Friday, July 01, 2005

The Media's Brazen Image

I have never read an article in Time Magazine which made me as angry as this one from their most recent issue (July 4, 2005).

The story is a "profile" of an Iraqi suicide bomber. Yes, you read correctly. It is a complete interview with a man whose greatest desire in life, as of printing, was to strap bombs to his chest and kill Americans. Time might refer to it as news, but I call it the purest of propaganda.

Because certain MSM outlets, like Time, hide their true meaning and intentions behind "media friendly" terms and phrases, allow me to translate some relevant portions of this article for you:
While some suicide bombers in Iraq have left behind videotaped testimony, Marwan is the first to tell his story before carrying out such a mission. He spoke to TIME in Baghdad on orders from his commander. The interview was the result of weeks of reporting on such insurgents in the hope of learning more about the identities and motivations of those behind the scourge of terrorism in Iraq. A jihadist group passed word that it would send one of its recruits to meet with us. Marwan was unaccompanied; we were not provided with any information about where he lives, works or trains. And out of concern for the safety of TIME's staff, no attempt was made to track his whereabouts after he left. During a three-hour interview, he talked freely of his motivations but did not divulge any specifics about a prospective strike. He seemed articulate and candid, though he insisted on being photographed wearing a mask over his face to conceal his identity and chose a pseudonym, using the common Iraqi name Marwan and a historical one, that of Abu Ubeida al-Jarrah, a 7th century general who conquered Syria for Islam. The sincerity of his desire to make himself a "martyr" was attested to by several figures-- a member of his organization, al-Qaeda in Iraq; a Baghdad-area commander of an insurgent unit that provides logistical support for al-Qaeda bombers; and a Sunni imam who is sometimes brought in to counsel bombers during their premission spiritual "purification"--whom TIME consulted through Iraqis with contacts inside the insurgency. His account provides a rare glimpse into the mind-set and preparation of one aspiring suicide bomber.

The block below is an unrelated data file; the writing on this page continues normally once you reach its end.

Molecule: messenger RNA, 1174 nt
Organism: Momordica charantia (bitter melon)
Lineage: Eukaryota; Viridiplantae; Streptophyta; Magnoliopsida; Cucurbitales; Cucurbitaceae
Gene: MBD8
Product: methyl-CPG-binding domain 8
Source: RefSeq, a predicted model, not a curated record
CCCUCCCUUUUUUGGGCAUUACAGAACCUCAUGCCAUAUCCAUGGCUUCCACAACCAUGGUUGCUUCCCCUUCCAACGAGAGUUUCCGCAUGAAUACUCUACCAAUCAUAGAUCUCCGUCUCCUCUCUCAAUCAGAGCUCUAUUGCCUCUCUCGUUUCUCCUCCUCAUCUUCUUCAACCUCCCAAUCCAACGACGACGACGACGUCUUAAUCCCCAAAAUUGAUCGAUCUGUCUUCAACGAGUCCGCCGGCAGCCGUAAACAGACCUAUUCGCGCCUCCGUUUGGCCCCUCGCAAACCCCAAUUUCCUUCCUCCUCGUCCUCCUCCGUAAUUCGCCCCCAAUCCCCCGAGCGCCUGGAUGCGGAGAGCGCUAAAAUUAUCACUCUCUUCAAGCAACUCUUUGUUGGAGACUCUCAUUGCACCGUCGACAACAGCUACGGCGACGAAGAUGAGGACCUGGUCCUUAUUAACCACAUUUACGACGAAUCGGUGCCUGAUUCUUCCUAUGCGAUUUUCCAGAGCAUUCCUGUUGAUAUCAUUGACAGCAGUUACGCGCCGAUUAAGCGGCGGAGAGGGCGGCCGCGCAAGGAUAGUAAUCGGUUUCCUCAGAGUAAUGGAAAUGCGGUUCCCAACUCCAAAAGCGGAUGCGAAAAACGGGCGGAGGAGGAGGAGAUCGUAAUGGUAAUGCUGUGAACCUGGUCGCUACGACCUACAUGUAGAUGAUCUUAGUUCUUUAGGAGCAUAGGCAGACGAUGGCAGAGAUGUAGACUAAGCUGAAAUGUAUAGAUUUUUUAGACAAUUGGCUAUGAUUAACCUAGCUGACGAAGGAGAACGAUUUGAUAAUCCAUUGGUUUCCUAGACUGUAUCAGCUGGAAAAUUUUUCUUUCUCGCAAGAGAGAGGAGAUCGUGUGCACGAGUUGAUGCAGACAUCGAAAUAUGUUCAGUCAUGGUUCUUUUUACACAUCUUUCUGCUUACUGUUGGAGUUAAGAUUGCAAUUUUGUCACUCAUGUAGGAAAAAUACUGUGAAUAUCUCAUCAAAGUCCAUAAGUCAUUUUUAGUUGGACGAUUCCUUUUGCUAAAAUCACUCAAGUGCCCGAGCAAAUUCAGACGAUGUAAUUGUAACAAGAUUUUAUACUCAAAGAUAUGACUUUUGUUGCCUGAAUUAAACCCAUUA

Translation: We really only care about getting the "scoop." We don't care that this man is obviously a blood-thirsty killer. We don't care that he wants to kill our men and women in uniform. And we really don't care that he's on the loose and ready to strike the men and women protecting us over here dead. We're just looking out for our own hides, and wanted something to print that would let these butchers tell "their side of the story."

But perhaps the purpose of this article was to cast a better light on this man and those like him. Maybe I read it wrong. Maybe there was supposed to be something noble about him and his religious zeal. Hm, let's see how this section translates:
But there is at least one aspect of the immediate future that Marwan does not want to contemplate: the collateral damage he may cause to fellow Iraqis. In the recent spate of bombings, many of the victims have been harmless bystanders. "I pray no innocent people are killed in my mission," he says. "But if some are, I know when they arrive in heaven, Allah will ask them to forgive me."

If he could choose, Marwan would like his operation to be a car bombing targeting U.S. soldiers or Iraqi security forces far from any civilians. But if he is ordered to strap on explosives and walk to his target on a downtown street, he will do so. "We don't get to choose the mission," he says. "That is up to Allah." In fact, the decision will be made by a field commander of al-Zarqawi's group. Marwan hopes he will be chosen for a high-profile hit, the dramatic, headline-grabbing kind that al-Zarqawi is said to direct personally. Although Marwan has never met the terrorist mastermind, he reveres him as a great Islamic hero.

Translation: No, I don't want to kill any innocents, and by innocents I mean only those who haven't been tainted by the Satanic Americans. But if killing Americans means killing innocents, and Allah commands me to do it through my leaders, then by-golly, who am I to question that? I don't really care if innocents are killed with Americans, but it makes me feel a little bit better to think that I do on some level.

Disgusting. Absolutely disgusting. Time Magazine, you have completely crossed the line with this. How totally irresponsible. Does this count as offering "comfort and aid" to the enemy? I'm willing to say so.

As a concluding note, many people talk about fostering understanding in these situations. They want to distinguish between the political attackers, the foreigners, and the religious zealots. Even though Time wants to portray this man as a "concerned Iraqi" fighting for his independence, his words clearly show him to be another Islamic radical. And let's be mindful of the god these people worship. Does this sound like a god whose worship we want to understand?
"It doesn't matter whether people know what I did," he says. "The only person who matters is Allah--and the only question he will ask me is 'How many infidels did you kill?'"

It doesn't sound that way to me. Not at all. Shame on you, Time Magazine.

1 comment:

megan said...

Since when did telling both sides of a story become a bad thing? Our soldiers are killing people over there, too; while you may beleive they are doing it for the "right" reasons, this bomber probably beleives he's killing for the "right" reasons too, and really, is there a "right reason" for killing, anyway?? I applaud Time and the writers of the story for doing what JOURNALISTs are SUPPOSED to do: get the story, and get out. It's not their job to catch him, arrest him, or do anything else to him... they're telling a story, becuase that's what news outlets do. Good for them.